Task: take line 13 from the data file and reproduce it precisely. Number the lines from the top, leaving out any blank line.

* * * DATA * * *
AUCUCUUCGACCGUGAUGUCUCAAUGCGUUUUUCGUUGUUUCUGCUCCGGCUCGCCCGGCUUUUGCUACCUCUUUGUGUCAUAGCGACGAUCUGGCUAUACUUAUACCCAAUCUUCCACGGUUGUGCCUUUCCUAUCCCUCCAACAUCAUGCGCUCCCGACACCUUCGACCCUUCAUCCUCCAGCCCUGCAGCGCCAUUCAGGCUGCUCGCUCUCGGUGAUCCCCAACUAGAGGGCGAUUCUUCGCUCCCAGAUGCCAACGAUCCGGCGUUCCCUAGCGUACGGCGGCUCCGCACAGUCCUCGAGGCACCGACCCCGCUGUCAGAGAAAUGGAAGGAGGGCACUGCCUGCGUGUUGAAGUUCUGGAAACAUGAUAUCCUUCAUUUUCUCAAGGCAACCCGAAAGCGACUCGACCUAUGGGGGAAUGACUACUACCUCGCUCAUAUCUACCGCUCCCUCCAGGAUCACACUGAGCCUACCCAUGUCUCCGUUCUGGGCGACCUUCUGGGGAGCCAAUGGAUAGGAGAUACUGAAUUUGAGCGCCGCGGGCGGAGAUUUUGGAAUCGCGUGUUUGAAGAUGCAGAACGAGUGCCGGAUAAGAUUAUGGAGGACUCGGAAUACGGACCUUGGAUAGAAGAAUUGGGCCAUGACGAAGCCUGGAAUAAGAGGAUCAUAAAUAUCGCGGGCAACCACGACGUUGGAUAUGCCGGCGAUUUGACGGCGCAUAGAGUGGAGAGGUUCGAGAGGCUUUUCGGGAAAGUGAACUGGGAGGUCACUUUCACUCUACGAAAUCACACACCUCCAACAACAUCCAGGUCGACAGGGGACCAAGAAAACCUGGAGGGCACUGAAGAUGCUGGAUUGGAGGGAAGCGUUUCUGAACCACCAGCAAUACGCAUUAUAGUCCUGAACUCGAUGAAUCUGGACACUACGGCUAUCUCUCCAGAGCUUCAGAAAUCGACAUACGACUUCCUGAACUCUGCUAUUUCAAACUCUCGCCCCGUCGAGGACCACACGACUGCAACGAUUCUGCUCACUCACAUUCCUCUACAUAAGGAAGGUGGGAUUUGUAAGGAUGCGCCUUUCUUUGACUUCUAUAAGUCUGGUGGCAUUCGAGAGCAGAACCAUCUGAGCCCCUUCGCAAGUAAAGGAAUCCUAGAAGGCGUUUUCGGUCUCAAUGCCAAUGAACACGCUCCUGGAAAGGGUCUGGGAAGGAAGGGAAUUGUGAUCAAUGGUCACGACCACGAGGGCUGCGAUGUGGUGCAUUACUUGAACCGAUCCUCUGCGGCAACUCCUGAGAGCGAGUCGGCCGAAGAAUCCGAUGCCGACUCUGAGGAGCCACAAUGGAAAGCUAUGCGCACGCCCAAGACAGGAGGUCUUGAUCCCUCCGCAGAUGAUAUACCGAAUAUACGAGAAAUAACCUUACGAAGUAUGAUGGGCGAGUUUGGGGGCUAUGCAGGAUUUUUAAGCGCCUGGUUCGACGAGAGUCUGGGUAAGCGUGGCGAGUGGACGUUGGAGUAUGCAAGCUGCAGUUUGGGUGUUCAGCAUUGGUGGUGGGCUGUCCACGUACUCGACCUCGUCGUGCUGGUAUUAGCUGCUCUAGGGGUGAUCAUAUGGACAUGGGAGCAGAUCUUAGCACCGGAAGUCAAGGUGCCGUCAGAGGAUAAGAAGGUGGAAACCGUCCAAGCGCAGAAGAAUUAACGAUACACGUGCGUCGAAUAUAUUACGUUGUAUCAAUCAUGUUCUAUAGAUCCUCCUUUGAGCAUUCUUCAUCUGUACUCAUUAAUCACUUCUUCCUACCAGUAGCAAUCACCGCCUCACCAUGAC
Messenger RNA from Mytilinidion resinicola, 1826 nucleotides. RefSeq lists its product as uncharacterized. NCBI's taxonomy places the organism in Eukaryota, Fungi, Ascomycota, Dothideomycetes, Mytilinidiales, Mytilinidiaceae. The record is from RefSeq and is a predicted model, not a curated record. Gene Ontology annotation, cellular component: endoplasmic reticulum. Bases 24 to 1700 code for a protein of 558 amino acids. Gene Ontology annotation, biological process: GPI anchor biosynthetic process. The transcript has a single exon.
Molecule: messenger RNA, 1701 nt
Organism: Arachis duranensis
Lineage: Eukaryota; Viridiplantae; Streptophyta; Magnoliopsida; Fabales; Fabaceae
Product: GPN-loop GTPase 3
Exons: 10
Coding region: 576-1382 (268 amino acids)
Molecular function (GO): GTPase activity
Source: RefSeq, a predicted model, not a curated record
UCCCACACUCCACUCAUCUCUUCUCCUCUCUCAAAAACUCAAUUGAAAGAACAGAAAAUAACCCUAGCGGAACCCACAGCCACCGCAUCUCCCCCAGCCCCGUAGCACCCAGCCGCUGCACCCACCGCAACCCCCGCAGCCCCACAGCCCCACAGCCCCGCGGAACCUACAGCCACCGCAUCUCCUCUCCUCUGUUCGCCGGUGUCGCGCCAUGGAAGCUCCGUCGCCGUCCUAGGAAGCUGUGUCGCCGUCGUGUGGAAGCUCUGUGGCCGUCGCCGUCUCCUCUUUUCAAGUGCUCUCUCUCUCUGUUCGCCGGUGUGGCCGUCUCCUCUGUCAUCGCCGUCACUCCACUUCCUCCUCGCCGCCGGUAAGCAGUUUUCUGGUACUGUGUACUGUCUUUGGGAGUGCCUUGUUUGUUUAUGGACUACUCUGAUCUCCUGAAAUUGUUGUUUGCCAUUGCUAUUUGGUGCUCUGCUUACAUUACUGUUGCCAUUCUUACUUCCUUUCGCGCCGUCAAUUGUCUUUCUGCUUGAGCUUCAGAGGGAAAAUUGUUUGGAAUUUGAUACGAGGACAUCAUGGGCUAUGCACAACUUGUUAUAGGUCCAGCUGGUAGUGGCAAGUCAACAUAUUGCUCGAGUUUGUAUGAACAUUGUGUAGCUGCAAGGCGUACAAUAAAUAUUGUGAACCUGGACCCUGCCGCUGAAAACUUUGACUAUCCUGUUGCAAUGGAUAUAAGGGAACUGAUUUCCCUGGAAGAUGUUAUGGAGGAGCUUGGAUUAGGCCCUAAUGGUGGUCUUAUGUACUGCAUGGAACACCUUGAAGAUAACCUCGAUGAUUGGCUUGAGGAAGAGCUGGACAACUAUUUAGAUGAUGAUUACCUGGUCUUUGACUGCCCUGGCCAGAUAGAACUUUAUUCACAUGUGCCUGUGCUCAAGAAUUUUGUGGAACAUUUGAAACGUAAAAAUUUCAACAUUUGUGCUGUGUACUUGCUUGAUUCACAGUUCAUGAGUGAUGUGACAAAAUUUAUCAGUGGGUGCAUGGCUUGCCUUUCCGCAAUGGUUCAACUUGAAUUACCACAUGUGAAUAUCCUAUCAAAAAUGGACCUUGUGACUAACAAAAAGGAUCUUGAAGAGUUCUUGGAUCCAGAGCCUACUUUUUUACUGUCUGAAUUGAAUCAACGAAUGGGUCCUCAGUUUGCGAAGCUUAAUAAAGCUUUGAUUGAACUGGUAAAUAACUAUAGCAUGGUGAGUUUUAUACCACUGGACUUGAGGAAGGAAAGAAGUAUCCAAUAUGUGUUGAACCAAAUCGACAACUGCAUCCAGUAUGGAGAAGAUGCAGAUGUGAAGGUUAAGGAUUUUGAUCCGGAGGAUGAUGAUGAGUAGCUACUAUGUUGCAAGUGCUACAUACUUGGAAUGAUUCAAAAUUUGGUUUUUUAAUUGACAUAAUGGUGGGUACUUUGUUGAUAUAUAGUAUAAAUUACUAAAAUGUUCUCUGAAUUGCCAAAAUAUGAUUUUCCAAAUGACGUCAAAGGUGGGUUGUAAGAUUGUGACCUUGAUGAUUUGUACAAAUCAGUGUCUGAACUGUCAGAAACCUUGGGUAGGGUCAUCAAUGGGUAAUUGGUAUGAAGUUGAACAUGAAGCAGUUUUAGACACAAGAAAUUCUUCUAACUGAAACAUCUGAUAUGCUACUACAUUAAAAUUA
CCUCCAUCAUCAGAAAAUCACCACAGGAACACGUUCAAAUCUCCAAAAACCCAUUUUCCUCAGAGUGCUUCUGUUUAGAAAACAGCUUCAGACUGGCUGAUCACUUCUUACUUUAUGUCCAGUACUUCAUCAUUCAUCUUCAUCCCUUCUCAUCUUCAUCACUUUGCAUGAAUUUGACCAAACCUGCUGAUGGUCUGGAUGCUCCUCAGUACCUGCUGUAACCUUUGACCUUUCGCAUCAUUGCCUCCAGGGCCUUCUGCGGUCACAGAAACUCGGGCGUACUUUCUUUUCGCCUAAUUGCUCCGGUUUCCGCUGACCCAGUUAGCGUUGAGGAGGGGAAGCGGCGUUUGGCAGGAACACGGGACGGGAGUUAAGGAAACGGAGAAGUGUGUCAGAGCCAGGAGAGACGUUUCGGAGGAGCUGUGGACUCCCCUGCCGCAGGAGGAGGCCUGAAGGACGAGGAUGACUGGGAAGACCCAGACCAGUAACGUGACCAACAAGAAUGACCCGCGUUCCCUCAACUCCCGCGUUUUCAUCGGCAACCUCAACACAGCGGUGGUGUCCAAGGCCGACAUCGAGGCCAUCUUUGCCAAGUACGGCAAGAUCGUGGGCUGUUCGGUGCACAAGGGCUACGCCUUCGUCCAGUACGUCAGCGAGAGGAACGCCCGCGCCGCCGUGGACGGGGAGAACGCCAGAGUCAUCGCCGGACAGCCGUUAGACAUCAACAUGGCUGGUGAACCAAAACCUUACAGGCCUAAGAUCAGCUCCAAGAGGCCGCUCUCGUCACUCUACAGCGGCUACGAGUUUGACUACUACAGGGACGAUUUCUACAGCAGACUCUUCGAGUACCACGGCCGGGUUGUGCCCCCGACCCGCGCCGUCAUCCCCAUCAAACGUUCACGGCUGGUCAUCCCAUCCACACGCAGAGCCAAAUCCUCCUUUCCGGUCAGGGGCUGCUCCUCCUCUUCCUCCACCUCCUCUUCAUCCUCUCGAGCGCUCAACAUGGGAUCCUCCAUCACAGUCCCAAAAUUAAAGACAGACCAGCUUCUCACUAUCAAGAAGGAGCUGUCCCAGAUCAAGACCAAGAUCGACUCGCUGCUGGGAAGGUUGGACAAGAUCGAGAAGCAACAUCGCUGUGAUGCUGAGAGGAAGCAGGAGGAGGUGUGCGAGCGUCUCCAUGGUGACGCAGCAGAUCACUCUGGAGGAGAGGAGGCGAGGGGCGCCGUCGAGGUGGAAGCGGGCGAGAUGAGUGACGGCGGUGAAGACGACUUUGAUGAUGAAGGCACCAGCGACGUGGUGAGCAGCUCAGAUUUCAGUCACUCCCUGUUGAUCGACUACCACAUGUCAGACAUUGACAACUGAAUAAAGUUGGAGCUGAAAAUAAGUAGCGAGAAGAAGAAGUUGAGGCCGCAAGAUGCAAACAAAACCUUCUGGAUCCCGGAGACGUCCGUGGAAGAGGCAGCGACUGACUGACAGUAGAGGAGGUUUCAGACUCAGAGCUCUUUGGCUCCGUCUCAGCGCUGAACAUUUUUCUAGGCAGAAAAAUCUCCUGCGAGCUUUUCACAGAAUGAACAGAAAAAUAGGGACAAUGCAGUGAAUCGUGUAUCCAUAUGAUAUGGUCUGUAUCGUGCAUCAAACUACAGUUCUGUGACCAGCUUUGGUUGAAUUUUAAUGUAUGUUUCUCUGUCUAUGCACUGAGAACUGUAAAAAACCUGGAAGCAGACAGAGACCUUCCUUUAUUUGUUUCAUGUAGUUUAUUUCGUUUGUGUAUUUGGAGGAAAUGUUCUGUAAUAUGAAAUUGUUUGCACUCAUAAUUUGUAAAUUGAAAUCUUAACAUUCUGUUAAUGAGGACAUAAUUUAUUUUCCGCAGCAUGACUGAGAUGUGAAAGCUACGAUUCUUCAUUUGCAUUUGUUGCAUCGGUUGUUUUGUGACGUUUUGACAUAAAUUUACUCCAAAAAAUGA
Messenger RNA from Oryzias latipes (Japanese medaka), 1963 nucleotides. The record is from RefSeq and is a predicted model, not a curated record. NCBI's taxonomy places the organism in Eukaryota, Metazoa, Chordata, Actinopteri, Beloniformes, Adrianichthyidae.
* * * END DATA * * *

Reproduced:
Messenger RNA from Oryzias latipes (Japanese medaka), 1963 nucleotides. The record is from RefSeq and is a predicted model, not a curated record. NCBI's taxonomy places the organism in Eukaryota, Metazoa, Chordata, Actinopteri, Beloniformes, Adrianichthyidae.